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President Donald Trump on July 3 insisted in a tweet that a controversial citizenship question would remain on the U.S. Census. Eight days later, the president reversed himself.

In part one of a recent saga starring the Trump administration and the U.S. Census Bureau, Department of Commerce and Supreme Court, I introduced you to Roanokers Elizabeth Bailes and Grant Smith.

The married seniors, who live in the Deyerle neighborhood, decided in mid-June to ignore a sternly worded letter from the Census Bureau directing them to complete a 20-question online survey known as the 2019 Census Test.

A chief bugaboo was a question about citizenship then being debated in federal courts. Such a query was last posed to every U.S. household in 1950.

Opponents of the question, including some of the Census Bureau’s own statisticians, warned that posing it would deter immigrants from answering, and that risked an undercount in the 2020 Census. Nevertheless, the White House insisted on reinstating the question.

It also appeared on the 2019 Census Test the bureau sent to 480,000 households last month seeking to learn how many people would refuse to answer the controversial question. That would help the bureau determine how many door knockers it needed for the actual census next year.

In part two of the saga, the U.S. Supreme Court on June 27 ruled the Trump administration’s justification for the citizenship query was “contrived” and disallowed the question. Chief Justice John Roberts wrote in a 5-4 opinion that if the administration wants to ask the question, it must articulate a legitimate reason.

Meanwhile, Bailes and Smith wondered if they could be prosecuted for breaking the law by ignoring the letter directing them to take the online survey.

We have now reached Chapter 3 of “Liz and Grant’s Census Test Adventure.” There are new wrinkles to report. Let’s take those chronologically.

1. On June 28, yours truly asked the Census Bureau what penalty, if any, Bailes and Smith could face for refusing to complete the 2019 survey. I emailed that question and three others to the bureau’s public affairs office because their phone lines were down that day.

2. On July 2, Commerce Secretary Wilbur Ross, who oversees the Census Bureau, issued a statement indicating the agency would leave the citizenship question off 2020 Census forms being sent to the printers.

3. On July 3, President Trump declared exactly the opposite in this tweet: “The News Reports about the Department of Commerce dropping its quest to put the Citizenship Question on the Census is incorrect or, to state it differently, FAKE! We are absolutely moving forward, as we must, because of the importance of the answer to this question.”

Later that day, the Justice Department said it still was looking for ways to justify the question’s inclusion on the 2020 Census.

4. On July 7, Justice Department officials installed new lawyers on the census court cases to replace the attorneys who’d been fighting the battle for months in federal district and appeals courts and the Supreme Court.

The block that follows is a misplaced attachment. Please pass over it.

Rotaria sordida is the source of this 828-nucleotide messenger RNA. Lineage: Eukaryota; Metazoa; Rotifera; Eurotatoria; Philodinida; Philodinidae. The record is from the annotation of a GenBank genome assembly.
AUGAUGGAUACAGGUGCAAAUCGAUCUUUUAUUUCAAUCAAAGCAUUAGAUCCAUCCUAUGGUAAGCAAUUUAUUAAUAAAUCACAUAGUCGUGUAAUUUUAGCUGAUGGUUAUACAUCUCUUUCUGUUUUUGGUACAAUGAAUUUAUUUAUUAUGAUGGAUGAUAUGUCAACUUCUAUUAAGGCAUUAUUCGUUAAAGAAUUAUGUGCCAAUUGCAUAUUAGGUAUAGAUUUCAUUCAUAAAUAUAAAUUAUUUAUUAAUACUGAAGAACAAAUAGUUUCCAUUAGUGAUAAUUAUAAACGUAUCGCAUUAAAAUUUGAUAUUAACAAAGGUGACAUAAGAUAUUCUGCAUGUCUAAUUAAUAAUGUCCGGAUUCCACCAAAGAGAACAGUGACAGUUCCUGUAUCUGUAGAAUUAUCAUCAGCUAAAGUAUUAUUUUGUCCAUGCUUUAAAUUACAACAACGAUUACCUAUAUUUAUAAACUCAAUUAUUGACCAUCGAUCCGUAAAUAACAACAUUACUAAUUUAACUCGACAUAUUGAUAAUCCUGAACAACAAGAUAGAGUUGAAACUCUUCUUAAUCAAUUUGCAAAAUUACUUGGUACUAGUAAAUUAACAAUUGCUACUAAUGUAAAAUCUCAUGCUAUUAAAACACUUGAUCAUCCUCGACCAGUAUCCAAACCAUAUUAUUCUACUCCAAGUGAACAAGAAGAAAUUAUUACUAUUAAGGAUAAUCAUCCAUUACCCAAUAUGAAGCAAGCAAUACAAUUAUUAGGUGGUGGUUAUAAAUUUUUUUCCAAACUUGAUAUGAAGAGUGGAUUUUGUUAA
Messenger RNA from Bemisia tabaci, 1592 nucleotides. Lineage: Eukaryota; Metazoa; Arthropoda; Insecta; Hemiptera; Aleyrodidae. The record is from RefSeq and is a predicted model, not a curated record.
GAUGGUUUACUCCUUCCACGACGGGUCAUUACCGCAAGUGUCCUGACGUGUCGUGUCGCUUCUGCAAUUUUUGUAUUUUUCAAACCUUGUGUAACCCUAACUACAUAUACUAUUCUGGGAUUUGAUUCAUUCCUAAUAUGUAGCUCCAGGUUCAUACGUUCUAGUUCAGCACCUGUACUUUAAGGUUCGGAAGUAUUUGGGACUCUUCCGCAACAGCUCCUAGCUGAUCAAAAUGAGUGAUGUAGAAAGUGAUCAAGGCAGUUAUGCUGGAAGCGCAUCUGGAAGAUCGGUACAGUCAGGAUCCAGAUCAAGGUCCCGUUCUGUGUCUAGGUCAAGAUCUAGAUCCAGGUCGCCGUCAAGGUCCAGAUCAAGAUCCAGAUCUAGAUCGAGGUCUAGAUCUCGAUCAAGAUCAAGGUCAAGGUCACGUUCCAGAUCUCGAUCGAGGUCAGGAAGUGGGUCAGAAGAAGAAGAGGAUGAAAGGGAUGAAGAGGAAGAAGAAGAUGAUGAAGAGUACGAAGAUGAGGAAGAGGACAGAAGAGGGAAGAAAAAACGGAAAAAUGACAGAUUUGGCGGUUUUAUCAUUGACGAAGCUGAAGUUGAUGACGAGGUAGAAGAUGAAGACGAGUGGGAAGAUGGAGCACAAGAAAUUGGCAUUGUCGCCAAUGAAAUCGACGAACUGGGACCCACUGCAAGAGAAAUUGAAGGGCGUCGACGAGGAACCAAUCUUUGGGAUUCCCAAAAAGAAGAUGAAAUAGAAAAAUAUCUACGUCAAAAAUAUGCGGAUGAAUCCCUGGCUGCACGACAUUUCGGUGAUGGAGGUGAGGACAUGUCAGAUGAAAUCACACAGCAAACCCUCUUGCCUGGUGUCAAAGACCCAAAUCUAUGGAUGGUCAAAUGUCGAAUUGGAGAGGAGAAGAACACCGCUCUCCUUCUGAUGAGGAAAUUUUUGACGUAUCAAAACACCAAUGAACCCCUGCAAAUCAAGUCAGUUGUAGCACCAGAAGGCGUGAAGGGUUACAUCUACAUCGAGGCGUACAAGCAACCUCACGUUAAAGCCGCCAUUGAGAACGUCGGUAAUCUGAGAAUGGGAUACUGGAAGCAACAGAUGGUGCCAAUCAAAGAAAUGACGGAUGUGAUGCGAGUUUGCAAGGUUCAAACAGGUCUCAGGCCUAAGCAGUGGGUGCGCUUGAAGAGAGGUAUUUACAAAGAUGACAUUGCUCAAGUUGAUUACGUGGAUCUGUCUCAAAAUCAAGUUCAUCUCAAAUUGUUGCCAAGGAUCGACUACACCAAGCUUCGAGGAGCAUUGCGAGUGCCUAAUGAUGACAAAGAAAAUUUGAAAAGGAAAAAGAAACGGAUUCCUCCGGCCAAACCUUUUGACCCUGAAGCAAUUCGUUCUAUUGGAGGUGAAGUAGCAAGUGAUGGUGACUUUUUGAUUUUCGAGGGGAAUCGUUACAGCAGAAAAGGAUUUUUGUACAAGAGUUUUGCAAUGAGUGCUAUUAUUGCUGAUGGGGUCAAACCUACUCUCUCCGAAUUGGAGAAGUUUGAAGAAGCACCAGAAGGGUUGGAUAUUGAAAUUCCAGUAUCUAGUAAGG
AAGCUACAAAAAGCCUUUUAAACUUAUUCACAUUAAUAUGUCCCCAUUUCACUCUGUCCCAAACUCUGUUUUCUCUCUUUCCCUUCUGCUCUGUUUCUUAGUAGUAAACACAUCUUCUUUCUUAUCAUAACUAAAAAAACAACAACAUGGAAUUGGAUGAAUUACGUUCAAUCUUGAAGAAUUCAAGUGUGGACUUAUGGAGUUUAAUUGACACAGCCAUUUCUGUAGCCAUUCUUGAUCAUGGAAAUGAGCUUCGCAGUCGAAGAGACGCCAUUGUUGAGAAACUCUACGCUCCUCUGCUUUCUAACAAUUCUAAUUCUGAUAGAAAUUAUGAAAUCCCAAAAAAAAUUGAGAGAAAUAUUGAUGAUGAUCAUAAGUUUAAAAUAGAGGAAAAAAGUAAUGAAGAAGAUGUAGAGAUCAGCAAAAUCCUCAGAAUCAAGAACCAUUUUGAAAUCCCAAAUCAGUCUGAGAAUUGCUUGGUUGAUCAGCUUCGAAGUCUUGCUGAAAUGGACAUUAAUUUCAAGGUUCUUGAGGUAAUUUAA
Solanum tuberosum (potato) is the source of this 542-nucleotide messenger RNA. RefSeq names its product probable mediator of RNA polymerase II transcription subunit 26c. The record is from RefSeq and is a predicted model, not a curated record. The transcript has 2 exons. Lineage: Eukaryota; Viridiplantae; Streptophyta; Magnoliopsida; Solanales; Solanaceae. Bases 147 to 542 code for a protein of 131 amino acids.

5. On July 9 and 10, federal judges in New York and Maryland, respectively, rejected the Justice Department’s bid to switch lawyers. Both judges said changing attorneys risked impeding the cases and the Justice Department offered unsatisfactory justifications for the move.

6. The morning of July 11, the Census Bureau emailed a reply to my June 28 query. “Good Morning,” the email began. “Your request has been referred to [public affairs at the Department of Commerce]. Please refer all questions to them.” I did by phone and email that day. The office has yet to reply.

7. That afternoon, President Trump said during a news conference in the Rose Garden that the administration was dropping its efforts to include the citizenship question on the 2020 Census.

Instead, Trump added, he would issue an executive order to get citizenship data via other means, including inter-agency data sharing. The breakdown on citizenship is important for a number of reasons, Trump argued. The president and Attorney General William Barr specifically cited congressional redistricting.

To date, congressional district lines have been drawn based on a count of total people, both citizens and noncitizens. If the administration seeks to change that calculus, many more court battles are in the offing.

8. On July 13 — 16 days after the Supreme Court decision that disallowed the citizenship question — the Census Bureau followed up with Bailes and Smith.

That day in the mail, the couple received a paper version of the 2019 Census Test. That document included a question about whether they are United States citizens, Bailes said.

“We have answered the questions,” Bailes texted me that day. “That said, we have decided not to draw further attention publicly to our answers by discussing how we chose to approach the Census Test.

“If this administration were more stable, perhaps we could elaborate,” she added. “As it is, this is all we can say.”

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Dan Casey knows a little bit about a lot of things but not a heck of a lot about most things. That doesn't keep him from writing about them, however. So keep him honest!

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